“There’s a constituency around this stuff in Kansas City that is supportive,” he says. “I’ll call it our choir. And we work on things, and we make progress where we can. Without the mayors, we would not have even begun the climate planning process. And we wouldn’t have gotten it adopted.”
In their respective cities, the climate action mayors are creating infrastructures and mindsets that will outlast their terms in office.
“Where the rubber hits the road is really with the staff,” says Kelly. Since his election in 2018, he’s regarded Roeland Park, with a population of about 6,700, as a testing ground for climate action measures.
The city was one of the first customers of a service, Dynamhex, that enables cities and their residents and businesses to measure their carbon footprints. It has installed solar panels atop City Hall and three other city buildings and offers dashboards to track the CO2 emissions that they save. So far it amounts to more than 300,000 pounds – or the equivalent of planting more than 2,400 trees, according to the dashboards.
“Sometimes a small community like Roeland Park can be a laboratory for democracy and best practices, so that people can recognize that the processes have a good return on investment,” Kelly says.
Flora, in Mission, came by her interest in sustainability early. Her father worked for the U.S. Environmental Protection Agency.
“It was part of the dinner table conversation to talk about these things,” she says. Flora was elected to the Mission City Council in 2017 and successfully ran for mayor in November. Climate action was a big plank in her campaign platform.
As mayor of a city of about 10,000 residents, Flora is trying to make climate sustainability a part of everything the city does.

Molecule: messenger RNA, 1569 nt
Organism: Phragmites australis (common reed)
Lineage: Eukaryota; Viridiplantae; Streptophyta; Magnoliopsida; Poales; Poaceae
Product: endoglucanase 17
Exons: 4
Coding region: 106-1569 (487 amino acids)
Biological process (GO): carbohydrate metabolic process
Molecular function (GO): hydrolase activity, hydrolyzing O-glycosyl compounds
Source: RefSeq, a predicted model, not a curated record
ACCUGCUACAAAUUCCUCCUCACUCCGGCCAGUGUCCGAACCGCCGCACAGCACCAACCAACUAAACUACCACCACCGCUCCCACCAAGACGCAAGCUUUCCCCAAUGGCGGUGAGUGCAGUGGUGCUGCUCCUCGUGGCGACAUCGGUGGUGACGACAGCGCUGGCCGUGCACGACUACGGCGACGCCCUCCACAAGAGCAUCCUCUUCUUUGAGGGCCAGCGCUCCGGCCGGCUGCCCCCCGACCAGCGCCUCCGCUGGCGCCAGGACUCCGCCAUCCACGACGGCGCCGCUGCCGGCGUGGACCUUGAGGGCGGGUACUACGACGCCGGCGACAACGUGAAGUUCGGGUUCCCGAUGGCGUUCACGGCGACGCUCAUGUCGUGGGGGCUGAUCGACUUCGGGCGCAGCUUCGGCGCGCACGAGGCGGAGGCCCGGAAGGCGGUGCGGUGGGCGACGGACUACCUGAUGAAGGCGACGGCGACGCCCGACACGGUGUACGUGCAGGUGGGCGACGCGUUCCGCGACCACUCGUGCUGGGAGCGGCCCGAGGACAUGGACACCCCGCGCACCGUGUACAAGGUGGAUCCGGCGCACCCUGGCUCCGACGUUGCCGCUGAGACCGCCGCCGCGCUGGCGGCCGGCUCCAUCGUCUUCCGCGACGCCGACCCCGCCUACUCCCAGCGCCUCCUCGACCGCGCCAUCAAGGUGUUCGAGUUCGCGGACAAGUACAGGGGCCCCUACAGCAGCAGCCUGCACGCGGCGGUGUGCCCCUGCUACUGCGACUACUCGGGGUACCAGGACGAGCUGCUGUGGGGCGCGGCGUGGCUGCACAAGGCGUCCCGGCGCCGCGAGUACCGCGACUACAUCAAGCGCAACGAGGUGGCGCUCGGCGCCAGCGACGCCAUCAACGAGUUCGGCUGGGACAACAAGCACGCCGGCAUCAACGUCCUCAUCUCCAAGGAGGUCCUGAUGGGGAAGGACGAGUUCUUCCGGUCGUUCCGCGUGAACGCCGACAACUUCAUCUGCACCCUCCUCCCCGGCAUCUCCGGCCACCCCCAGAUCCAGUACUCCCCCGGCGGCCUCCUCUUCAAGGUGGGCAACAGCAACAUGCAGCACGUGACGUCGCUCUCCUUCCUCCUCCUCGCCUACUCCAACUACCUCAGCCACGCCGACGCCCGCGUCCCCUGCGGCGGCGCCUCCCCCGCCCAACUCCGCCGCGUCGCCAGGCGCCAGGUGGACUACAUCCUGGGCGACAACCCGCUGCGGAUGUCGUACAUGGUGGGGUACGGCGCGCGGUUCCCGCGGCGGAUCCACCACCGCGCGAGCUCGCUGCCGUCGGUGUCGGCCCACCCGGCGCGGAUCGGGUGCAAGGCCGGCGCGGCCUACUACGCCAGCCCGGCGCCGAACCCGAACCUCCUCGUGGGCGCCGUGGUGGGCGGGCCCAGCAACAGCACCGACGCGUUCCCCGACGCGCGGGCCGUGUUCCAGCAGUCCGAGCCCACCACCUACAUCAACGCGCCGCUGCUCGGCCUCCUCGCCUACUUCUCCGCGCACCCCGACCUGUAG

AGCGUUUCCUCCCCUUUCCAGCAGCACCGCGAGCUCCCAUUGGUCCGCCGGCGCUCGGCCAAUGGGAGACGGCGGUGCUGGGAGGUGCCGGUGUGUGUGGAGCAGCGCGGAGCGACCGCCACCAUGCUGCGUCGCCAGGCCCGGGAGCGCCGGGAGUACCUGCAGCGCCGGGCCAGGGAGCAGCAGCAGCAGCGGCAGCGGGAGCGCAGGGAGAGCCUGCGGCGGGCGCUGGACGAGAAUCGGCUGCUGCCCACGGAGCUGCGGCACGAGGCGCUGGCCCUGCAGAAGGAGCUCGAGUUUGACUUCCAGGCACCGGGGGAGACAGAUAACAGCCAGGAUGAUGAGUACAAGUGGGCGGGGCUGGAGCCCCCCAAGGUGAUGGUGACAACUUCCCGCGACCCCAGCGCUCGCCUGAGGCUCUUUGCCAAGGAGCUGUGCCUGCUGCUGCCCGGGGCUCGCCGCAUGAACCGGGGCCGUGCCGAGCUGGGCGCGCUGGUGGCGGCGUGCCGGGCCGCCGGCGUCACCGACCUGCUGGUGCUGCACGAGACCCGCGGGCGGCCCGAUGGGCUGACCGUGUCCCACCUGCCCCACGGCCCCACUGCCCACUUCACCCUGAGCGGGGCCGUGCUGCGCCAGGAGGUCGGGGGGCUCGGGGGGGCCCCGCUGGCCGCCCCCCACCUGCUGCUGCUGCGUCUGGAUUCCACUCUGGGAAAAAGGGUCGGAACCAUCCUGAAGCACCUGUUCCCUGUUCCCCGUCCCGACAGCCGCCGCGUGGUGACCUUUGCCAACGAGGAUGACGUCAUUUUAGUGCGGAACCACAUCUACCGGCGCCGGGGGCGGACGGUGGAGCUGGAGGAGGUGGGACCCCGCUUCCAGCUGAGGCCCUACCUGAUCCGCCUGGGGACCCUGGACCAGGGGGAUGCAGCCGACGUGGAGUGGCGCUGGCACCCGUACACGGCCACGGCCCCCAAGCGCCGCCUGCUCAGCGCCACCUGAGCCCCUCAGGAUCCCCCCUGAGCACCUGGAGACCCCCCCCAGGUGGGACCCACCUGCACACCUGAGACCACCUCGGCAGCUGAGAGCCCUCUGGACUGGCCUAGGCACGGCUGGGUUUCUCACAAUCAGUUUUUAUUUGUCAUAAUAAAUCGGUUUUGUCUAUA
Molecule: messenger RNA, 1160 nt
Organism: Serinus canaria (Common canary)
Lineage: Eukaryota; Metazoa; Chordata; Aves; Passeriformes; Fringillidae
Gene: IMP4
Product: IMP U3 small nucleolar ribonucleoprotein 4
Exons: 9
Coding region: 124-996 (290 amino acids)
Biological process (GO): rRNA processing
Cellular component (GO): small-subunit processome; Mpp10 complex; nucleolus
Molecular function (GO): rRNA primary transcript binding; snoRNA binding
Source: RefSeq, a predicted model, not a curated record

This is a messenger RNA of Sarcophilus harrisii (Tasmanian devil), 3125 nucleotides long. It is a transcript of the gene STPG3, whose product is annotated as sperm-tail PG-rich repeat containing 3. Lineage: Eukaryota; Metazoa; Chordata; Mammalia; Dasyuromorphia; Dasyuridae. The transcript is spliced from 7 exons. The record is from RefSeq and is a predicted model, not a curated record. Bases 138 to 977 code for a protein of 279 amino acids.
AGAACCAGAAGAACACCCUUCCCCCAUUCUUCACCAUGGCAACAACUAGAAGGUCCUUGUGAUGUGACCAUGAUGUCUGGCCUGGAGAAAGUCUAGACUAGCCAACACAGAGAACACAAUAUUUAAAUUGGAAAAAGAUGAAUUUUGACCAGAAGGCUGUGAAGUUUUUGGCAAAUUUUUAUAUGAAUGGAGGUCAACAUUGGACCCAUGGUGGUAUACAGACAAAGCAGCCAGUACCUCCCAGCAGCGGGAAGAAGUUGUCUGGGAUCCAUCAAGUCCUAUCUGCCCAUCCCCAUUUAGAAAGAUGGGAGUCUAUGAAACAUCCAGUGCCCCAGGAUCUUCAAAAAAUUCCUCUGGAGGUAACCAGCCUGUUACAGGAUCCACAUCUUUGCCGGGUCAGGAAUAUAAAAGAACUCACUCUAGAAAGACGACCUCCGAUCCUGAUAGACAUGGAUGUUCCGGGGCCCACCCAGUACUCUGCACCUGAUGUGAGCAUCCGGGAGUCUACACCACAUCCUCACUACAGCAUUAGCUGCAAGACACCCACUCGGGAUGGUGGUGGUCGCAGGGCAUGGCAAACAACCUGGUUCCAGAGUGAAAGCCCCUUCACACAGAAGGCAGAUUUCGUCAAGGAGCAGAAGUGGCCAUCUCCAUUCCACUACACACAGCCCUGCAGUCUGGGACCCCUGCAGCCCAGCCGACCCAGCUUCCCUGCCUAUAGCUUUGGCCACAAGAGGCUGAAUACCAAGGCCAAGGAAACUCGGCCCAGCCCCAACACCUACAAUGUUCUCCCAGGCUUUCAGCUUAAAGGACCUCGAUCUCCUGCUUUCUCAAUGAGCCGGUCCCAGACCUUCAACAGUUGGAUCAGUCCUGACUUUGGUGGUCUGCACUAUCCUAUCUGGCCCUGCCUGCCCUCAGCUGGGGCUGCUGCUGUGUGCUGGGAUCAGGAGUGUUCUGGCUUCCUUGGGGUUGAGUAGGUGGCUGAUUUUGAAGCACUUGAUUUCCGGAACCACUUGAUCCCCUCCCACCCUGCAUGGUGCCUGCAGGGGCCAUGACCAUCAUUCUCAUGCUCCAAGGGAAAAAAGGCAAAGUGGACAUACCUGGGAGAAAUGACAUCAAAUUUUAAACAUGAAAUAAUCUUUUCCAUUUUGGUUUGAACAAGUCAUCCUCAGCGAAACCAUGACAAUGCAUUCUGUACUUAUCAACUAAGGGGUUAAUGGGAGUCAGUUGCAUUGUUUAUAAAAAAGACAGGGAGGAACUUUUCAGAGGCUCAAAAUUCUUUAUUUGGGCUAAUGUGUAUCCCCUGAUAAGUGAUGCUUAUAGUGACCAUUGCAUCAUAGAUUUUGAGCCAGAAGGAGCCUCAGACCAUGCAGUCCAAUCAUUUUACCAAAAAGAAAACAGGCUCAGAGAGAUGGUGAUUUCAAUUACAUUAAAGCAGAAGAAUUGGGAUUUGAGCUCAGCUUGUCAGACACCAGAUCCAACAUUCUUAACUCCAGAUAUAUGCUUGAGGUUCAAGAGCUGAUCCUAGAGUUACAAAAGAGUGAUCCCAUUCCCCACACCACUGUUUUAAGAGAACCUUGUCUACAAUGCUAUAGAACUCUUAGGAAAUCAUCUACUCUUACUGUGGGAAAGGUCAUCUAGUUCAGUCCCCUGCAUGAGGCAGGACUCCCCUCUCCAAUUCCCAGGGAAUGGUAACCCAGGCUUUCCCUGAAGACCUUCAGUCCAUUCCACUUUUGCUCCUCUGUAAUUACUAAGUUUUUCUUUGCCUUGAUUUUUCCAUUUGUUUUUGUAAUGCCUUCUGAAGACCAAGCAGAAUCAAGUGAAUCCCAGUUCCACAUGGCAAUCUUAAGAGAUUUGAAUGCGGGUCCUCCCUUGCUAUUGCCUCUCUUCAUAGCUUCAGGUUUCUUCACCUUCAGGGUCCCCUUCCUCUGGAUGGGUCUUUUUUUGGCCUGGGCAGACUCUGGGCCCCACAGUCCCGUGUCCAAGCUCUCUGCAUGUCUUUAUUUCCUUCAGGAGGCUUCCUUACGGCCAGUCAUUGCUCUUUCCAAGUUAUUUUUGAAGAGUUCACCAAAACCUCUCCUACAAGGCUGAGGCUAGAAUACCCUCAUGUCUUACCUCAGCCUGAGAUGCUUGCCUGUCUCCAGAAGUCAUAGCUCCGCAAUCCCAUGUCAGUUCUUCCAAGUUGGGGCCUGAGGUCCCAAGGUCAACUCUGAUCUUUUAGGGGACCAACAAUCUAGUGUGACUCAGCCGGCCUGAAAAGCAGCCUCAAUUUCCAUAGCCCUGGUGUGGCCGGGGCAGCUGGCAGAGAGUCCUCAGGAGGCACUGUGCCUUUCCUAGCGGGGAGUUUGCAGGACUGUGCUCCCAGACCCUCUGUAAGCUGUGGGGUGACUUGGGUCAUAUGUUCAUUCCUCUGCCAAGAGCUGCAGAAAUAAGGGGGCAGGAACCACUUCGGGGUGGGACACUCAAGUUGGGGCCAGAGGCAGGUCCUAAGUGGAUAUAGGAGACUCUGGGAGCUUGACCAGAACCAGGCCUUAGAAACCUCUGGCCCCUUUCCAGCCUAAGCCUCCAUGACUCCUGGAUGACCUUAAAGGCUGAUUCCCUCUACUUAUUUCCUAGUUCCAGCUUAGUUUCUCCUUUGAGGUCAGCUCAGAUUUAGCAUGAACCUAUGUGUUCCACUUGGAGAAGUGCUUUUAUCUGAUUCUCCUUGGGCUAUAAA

As an example, she points to a vote the city took in 2020, when she was on the council. In the process of negotiating with the developers of a new apartment complex that will replace the fire-damaged Mission Bowl bowling alley, the city exacted a pledge that, in exchange for tax incentives, the project would be built to LEED silver certification standards — close to the highest level of energy efficiency. Now other cities are contacting Mission about how to accomplish the same thing.
“You have some people who are happy making the change because of the environmental impact and you have some people who are happier making the change because it’s going to save money over time,” Flora says. “It doesn’t really matter. You’re getting to the same end goal and you’re getting benefits in multiple areas.”
In northeast Johnson County cities like Roeland Park, Mission and Prairie Village, voters lean toward progressive candidates and mayors can brag openly about their climate sustainability platforms.